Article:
Custom Arduino Shield and Sensors


This instructable will construct a series of custom sensor modules and an Arduino shield. Such modules are available from many different sources, but fans of the Instructables website would probably find satisfaction in making their own. Each module will be a set size of 1.5cm by 2.5cm and employ a three pin connector of the form Signal-Voltage-Ground. The custom shield will break out the Arduino pins into the same Signal-Voltage-Ground configuration. Thus, electronic connections will be reduced to using a three pin cable to attach a sensor to its corresponding pin set on the Arduino shield. Uniformly spaced mounting holes at the corners of the modules will allow for interchangeable configurations on a robot deck or in other electronics projects. The embedded video displays the sensors in action on an autonomous obstacle avoiding robot. The Arduino code for the robot is given below. The light sensors described in step three of this instructable were also used in my previous instructable.

The construction of the sensors will involve some basic materials including several perf boards, header strips, socket strips and three pin cables. Both straight and right angle headers will be used. The perf boards need to be cut into several 1.5cm by 2.5cm rectangles with a screw hole drilled into each corner. (See figures in the following steps.) In the following steps, an image note in the upper left will give each figure a number of the form Figure x-x. For example, Figure 2-4 refers to the fourth figure of step two.

Custom Arduino Shield and Sensors

Step 1: Leaf Switches


2x leaf switches

2x 10K resistors

2x three pin connectors

2x sensor platforms

suitable nuts and bolts

The leaf switches are designed to be used as contact sensors on the sides of a robot. Thus they will be constructed as mirror image pairs, one for the left side and one for the right side of the robot. Placement of the components for the left leaf switch are shown on the left in Figure 1-2. I hot glued the three pin connector into place, but I used nuts and bolts to secure the switch itself to the sensor platform for greater stability. Solder a white wire from normally open contact on the switch to the signal pin of the sensor. See figure 1-3. (Note, for all of the sensors in this instructable, when the three pin connector is positioned on the sensor platform and pointing down, the pin order from left to right is Signal, Voltage, Ground. Of course when viewing the back side of the sensor, the order from left to right is Ground, Voltage, Signal.) Next, solder a white wire from the signal pin to one lead of the 10K resistor. Solder a black wire from other end of the 10K resistor to the ground pin. Finally, solder a red wire from the common contact of the switch to the voltage pin. The resistor pulls the signal pin low. Pressing the switch then pulls the signal pin high.

Step 2: Buttons


2x buttons

2x 10K resistors

2x three pin connectors

2x sensor platforms

Hot glue the components into place as shown on the left of Figure 2-2. On the back side of the sensor, bend the resistor leads toward the outer pins of the three pin connector and solder. Solder a white wire from the signal pin to one side of the switch. Solder a red wire from the voltage pin to the other side of the switch. Don’t forget to solder all four switch leads for stability. (I originally only soldered the two leads connected to the wires and the button began to rock back and forth.)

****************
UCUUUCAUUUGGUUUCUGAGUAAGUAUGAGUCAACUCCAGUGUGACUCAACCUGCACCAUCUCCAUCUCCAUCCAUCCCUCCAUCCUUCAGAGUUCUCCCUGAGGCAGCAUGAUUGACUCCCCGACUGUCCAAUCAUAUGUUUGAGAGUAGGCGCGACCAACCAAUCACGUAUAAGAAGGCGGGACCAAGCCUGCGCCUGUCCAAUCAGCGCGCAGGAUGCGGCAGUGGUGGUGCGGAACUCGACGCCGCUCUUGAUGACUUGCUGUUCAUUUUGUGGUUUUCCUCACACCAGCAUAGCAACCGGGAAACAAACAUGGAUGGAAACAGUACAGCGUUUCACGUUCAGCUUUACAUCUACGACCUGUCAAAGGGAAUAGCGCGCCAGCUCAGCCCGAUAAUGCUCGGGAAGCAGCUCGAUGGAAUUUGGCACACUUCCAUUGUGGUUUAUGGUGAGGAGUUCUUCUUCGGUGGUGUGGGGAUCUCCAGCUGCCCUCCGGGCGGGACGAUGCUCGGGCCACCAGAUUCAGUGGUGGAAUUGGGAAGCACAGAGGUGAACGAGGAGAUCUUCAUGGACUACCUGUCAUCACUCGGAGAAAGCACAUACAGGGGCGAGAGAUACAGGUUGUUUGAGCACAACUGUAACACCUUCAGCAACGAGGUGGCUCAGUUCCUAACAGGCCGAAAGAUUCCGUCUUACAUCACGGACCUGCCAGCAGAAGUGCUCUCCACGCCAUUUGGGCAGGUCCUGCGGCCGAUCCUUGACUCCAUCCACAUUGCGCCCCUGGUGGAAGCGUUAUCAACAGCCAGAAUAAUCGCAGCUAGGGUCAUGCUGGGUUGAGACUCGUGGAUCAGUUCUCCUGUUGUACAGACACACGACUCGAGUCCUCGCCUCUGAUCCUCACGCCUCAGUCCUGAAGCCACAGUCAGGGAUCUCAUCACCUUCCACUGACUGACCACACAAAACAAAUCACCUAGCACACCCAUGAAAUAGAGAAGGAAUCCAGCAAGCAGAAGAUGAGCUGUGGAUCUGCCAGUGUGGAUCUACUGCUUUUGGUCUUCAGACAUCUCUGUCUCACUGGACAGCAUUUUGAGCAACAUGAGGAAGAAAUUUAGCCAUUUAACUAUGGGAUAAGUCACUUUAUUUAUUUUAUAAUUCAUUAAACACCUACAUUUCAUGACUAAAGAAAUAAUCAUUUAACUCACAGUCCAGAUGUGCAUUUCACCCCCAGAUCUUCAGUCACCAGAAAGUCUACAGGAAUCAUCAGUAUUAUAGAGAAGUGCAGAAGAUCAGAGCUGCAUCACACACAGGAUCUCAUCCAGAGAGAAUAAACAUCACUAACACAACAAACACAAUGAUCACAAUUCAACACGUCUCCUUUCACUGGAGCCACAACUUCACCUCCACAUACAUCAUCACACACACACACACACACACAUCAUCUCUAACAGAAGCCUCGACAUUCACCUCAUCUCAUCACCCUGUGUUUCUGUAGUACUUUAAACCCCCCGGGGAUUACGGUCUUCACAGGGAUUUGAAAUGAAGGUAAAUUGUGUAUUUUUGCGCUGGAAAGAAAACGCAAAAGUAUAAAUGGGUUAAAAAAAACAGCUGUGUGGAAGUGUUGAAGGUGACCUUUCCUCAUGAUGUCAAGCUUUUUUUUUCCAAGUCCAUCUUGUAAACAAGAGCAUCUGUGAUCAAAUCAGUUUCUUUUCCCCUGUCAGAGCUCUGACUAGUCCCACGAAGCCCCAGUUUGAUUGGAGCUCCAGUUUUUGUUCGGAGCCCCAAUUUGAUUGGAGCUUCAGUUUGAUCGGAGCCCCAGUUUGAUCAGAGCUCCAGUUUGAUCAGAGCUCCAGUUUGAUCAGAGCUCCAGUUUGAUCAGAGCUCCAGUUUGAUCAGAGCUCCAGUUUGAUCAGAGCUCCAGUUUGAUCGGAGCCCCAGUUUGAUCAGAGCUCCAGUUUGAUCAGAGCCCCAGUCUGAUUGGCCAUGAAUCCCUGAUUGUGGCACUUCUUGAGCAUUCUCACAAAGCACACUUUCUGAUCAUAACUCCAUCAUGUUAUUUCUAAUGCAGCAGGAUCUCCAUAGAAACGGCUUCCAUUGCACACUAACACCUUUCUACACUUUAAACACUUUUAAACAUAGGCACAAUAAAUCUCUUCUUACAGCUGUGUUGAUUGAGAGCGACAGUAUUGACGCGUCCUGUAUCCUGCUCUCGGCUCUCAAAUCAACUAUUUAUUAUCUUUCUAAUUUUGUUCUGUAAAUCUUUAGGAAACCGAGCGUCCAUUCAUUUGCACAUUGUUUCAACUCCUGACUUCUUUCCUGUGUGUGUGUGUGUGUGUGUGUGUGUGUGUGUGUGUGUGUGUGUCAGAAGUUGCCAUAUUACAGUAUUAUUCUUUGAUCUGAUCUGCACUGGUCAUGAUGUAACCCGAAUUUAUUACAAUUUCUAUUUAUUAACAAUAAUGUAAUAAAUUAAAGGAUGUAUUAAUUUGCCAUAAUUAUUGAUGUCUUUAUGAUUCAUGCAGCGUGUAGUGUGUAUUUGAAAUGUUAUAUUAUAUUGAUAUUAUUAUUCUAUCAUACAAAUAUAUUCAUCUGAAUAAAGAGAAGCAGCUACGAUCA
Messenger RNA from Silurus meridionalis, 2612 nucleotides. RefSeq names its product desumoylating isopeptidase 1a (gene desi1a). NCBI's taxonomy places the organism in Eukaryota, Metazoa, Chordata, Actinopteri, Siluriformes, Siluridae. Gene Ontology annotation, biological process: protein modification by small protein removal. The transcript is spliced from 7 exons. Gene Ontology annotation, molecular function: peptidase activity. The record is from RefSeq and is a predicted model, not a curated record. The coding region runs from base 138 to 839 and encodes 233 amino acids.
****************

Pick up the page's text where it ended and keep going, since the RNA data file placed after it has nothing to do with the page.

Step 3: Light Sensors


3x photoresistors

3x 250K potentiometers

3x two pin sockets

3x three pin connectors

3x sensor platforms

The directions given here will closely mirror those of my previous instructable. Each light sensor will consist of a voltage divider made from a photoresistor and a 250K potentiometer. First, hot glue the components into place as shown in Figure 3-2. Bend the leads of the potentiometer as show in Figure 3-4. Take a white wire and solder the right most connector pin (as viewed from the back) to the potentiometer wiper and right socket lead. Use a red wire to solder the left socket lead to the right potentiometer lead and the center connector pin. Use a black wire to solder the remaining potentiometer lead to the remaining connector pin. Next, place some shrink tubing around the legs of the photoresistors before inserting them into the sockets. See Figure 3-5. This gives the sensor a nice finished look and of course also prevents shorts. (I picked up this shrink tube tip from BIGDOG1971‘s light following robot instructable.) These voltage dividers can also be used with other sensors such as flex sensors and force sensors.

Step 4: IR Distance Sensor


1x IR distance sensor

1x compatible sensor cable

1x sensor platorm

For this module I simply hot glued the IR sensor to the sensor platform.

Custom Arduino Shield and Sensors circuit

Step 5: Ultrasonic Distance Sensor


1x ultrasonic distance sensor

1x four pin cable

1x sensor platform

Again, this module consists of the the sensor hot glued to the sensor platform. You may want to use a small piece of wood or cardboard under the “eyes” of the sensor since it does not quite fit on the platform. Also, the HC-SR04 sensor that I used does not conform to the three pin configuration of the other sensors. This requires a dedicated four pin node on the Arduino shield as described in Step 10.


For more detail: Custom Arduino Shield and Sensors

About The Author

Ibrar Ayyub

I am an experienced technical writer with a Master's degree in computer science from BZU Multan University. I have written for various industries, mainly home automation, and engineering. I have a clear and simple writing style and am skilled in using infographics and diagrams. I am a great researcher and is able to present information in a well-organized and logical manner.

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